Dining a la Cuba
Dining a la Cuba When in Havana, Eat What the Cubans Eat—But Keep it Simple. Here are Some of the City's Best Eateries
From the Print Edition:
The Cuba Issue, May/Jun 99
Havana is certainly not a place to go for a gourmet getaway, but you can eat surprisingly well if you know where to go and what to order. Despite major obstacles in obtaining fresh ingredients and in finding competent staff, a few restaurants in the city are able to create simple and satisfying cuisine, from sweet grilled lobster to succulent roasted chicken and pork. And nowadays, some of the small, family-run eateries known as paladares cook up as good or better food than most formal restaurants on the island.
The rule for gastronomic survival in Havana is always to order the least sophisticated dishes on the menu. Chicken and lobster are usually sure bets, although during my last trip to Cuba I was served a sautéed chicken breast that resembled my dining companion's tennis shoe and a grilled lobster that was as dry as Parmesan cheese. However, such experiences are usually the exception if you visit the best establishments, such as those recommended in this article.
You can eat just about any type of cuisine you like in Havana, from Cuban, or criollo, food, such as roasted pork with black beans and rice, to Chinese, complete with freshly made wontons and shark fin soup. Generally speaking, criollo is the best choice, since it's what the Cubans eat and the ingredients are readily available. Every Cuban working in a restaurant knows how to roast pork and chicken or prepare black beans and rice.
The biggest minefield in dining in Havana are restaurants that serve "international cuisine." Most have neither the ingredients nor the know-how to properly prepare such food. Eating in one of these restaurants is like traveling back to the 1950s. It's all there, from canned vegetables to Jell-O. I have even seen Spam served in one restaurant. A typical dish in these places would be something like Norwegian salmon in a canned mushroom cream sauce with frozen carrots. Who really needs this in Havana?
Strangely, the arm of Cuba's government even extends to the recipes in Havana's restaurants. Chefs are given written instructions on how to prepare each dish on a menu; in many places, it seems as though they haven't had any new recipes since the revolution.
"I can't lighten or change any of the dishes in my restaurant because the government prescribes exactly how they should be prepared," says a chef in one Havana restaurant. On the wall of his kitchen hang a few dozen photographs showing exactly how the dishes on his menu should appear when they arrived at the table. "Besides, the ministry wants us to maintain specific dishes from the 1950s which were always served here," he adds. "They don't want anything changed."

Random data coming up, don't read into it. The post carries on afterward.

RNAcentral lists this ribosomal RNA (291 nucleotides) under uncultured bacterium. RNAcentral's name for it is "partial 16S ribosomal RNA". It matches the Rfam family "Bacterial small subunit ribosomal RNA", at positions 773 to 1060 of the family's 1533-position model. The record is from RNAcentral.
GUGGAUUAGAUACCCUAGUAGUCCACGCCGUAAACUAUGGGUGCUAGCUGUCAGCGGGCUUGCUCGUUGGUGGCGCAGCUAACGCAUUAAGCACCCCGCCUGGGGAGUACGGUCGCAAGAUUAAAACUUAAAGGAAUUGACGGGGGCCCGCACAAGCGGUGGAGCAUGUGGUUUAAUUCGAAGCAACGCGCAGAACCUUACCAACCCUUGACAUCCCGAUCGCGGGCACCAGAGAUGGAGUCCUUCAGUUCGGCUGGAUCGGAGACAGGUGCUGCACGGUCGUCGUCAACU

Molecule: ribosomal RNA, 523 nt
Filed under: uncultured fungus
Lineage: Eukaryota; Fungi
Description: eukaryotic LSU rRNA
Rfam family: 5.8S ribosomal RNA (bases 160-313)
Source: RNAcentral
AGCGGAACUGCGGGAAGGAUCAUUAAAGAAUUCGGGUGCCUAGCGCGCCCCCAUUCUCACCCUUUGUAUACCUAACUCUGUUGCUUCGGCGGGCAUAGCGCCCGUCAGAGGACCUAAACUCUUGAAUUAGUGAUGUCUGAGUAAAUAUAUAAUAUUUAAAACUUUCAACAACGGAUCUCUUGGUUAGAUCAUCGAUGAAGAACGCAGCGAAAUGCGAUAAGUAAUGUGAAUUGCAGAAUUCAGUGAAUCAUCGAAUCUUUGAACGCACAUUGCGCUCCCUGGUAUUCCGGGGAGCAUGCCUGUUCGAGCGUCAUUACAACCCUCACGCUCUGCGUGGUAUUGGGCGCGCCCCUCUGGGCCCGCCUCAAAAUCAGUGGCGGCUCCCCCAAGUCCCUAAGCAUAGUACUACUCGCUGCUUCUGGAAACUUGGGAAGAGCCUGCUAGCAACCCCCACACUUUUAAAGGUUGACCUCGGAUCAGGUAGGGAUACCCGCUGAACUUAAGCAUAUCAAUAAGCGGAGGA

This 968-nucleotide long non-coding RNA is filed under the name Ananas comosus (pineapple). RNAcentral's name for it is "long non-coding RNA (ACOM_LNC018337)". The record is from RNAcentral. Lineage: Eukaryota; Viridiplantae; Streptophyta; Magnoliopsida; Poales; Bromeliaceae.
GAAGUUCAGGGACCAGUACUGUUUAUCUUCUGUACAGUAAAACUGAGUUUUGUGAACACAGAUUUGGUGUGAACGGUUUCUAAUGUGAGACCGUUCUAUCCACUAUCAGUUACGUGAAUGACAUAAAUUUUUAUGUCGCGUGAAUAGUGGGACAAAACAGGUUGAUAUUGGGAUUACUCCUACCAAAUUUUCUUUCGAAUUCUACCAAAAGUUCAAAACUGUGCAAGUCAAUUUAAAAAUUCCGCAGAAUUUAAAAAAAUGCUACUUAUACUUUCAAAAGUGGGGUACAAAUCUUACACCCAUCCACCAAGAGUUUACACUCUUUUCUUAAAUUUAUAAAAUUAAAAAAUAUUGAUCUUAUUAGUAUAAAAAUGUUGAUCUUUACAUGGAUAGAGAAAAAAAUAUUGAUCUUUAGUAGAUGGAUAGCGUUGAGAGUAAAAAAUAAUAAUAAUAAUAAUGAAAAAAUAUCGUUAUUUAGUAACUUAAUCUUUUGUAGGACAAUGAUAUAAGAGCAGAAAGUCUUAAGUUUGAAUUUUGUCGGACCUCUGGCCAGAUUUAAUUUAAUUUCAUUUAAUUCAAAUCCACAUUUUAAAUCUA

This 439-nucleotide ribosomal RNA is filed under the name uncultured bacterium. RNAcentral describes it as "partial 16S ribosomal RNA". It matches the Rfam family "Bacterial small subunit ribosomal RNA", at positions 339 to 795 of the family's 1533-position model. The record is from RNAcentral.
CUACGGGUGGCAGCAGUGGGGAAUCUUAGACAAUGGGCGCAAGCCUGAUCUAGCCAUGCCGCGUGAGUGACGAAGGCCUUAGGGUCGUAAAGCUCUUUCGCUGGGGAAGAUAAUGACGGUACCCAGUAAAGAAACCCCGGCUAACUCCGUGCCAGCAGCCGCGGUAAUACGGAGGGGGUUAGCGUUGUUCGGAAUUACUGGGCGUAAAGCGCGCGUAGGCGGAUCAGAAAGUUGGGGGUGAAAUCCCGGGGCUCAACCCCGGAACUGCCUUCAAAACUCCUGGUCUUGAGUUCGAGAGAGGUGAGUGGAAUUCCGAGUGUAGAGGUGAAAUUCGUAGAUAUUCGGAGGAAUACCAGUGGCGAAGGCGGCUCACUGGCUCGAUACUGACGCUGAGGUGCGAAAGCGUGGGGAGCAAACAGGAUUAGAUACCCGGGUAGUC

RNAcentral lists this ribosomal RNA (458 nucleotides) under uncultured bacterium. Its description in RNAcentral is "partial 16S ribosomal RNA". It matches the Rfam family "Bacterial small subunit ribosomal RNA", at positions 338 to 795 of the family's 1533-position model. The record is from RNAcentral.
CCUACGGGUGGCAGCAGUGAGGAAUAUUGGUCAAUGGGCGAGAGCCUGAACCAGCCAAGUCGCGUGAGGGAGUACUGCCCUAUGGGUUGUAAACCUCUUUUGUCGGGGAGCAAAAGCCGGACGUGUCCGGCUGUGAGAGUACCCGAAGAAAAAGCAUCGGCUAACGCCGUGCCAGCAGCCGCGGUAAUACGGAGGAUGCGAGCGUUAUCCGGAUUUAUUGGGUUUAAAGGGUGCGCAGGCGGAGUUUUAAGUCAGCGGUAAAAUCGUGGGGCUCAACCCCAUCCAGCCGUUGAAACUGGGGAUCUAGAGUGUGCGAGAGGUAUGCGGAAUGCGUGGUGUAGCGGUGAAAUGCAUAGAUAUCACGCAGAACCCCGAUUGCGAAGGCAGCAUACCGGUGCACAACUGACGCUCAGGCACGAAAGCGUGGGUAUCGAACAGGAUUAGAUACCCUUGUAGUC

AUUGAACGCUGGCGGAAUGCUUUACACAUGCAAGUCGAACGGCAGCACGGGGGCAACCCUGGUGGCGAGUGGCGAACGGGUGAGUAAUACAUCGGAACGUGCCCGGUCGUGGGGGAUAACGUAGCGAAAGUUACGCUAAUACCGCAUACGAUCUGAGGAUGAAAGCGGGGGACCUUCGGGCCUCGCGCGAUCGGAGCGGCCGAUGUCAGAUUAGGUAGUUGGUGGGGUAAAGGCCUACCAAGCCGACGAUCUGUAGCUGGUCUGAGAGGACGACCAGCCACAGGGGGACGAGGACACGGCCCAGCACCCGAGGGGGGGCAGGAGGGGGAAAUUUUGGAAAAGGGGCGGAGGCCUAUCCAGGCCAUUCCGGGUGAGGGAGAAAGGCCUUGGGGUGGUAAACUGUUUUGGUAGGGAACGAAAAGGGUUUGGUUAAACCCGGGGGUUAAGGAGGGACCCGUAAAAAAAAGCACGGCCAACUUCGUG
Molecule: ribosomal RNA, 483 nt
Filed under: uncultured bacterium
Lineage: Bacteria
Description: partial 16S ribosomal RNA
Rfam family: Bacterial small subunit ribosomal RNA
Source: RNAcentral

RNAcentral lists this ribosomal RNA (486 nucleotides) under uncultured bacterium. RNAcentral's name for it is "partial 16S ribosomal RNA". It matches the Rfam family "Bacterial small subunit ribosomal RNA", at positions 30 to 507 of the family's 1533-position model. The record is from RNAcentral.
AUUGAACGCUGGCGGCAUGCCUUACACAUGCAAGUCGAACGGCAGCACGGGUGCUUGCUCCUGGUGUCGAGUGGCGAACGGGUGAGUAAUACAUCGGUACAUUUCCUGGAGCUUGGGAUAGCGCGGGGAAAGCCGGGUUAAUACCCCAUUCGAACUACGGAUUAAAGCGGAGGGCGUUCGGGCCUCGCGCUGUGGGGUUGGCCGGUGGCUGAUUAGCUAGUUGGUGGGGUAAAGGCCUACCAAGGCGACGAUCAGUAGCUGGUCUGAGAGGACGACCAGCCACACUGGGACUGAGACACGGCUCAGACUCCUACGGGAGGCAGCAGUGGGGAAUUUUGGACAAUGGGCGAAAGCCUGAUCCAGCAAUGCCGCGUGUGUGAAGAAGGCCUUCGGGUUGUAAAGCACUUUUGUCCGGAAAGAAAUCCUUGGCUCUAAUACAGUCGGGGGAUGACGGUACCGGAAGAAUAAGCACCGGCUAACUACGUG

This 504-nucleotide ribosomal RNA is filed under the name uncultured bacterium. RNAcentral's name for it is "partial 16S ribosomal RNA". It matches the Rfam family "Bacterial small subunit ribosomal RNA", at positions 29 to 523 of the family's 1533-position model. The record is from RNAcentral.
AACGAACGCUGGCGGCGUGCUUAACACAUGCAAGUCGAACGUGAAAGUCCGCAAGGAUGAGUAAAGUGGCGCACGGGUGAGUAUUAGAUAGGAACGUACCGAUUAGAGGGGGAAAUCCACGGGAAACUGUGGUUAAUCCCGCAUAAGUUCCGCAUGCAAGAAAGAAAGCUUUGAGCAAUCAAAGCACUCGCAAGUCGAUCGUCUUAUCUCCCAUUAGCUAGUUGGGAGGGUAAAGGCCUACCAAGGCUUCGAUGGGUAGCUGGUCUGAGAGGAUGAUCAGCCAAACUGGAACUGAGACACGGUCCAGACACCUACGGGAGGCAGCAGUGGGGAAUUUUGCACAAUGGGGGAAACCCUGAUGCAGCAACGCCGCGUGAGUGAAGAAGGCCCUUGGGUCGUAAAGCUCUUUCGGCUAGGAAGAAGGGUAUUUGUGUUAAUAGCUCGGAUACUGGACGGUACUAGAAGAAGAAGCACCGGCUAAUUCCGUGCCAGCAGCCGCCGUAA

Two types of restaurants exist in Cuba. One is the government-run establishments that cater primarily to foreigners who pay in U.S. dollars [European and other visitors pay in U.S. dollars?--bg] or with non-U.S. credit cards. (Due to the embargo, credit cards drawn on U.S. banks cannot be used in Cuba.) These restaurants are the places listed in most guide books and found in hotels. Hotel staffs are instructed not to recommend anything other than the government's restaurants. Most are overpriced with poor service and mediocre food.
The other type of restaurants are the paladares, the family-operated places that feed locals and visitors alike who pay in cash, either in dollars [again, what about Europeans, etc.?--bg] or in Cuban pesos. Usually about one-third or one-half the price of government places, these private restaurants began springing up about four years ago. Their name comes from a Brazilian soap opera, "Vale Todo," which featured a poor woman who soon gained her fortune after starting a small roadside restaurant--El Paladar de Raquel. The government limits the number of seats in paladores (up to 12) and prohibits lobster and steak from their menus. In spite of the restrictions, the best paladores offer a welcome change from the predictable fare of the government-run restaurants.
"There's a longtime tradition of small, family-run restaurants in Cuba," says Fernando Fernandez, a wine salesman in Havana. "Before the revolution, my father had a small restaurant in Old Havana. This is the reestablishment of a tradition. The most interesting food in Havana is now in paladares."
Unfortunately, because so many paladares have opened recently, it's become difficult to monitor their sanitary standards. I have been to some where you are literally eating in someone's living room with granny and mother cooking and serving. A quick look in the kitchen normally gives you an idea about the quality of the food. I have seen some kitchens so filthy that they turned my stomach. Stories abound of tourists spending their holiday in their room after eating at a paladar recommended by a taxi driver.
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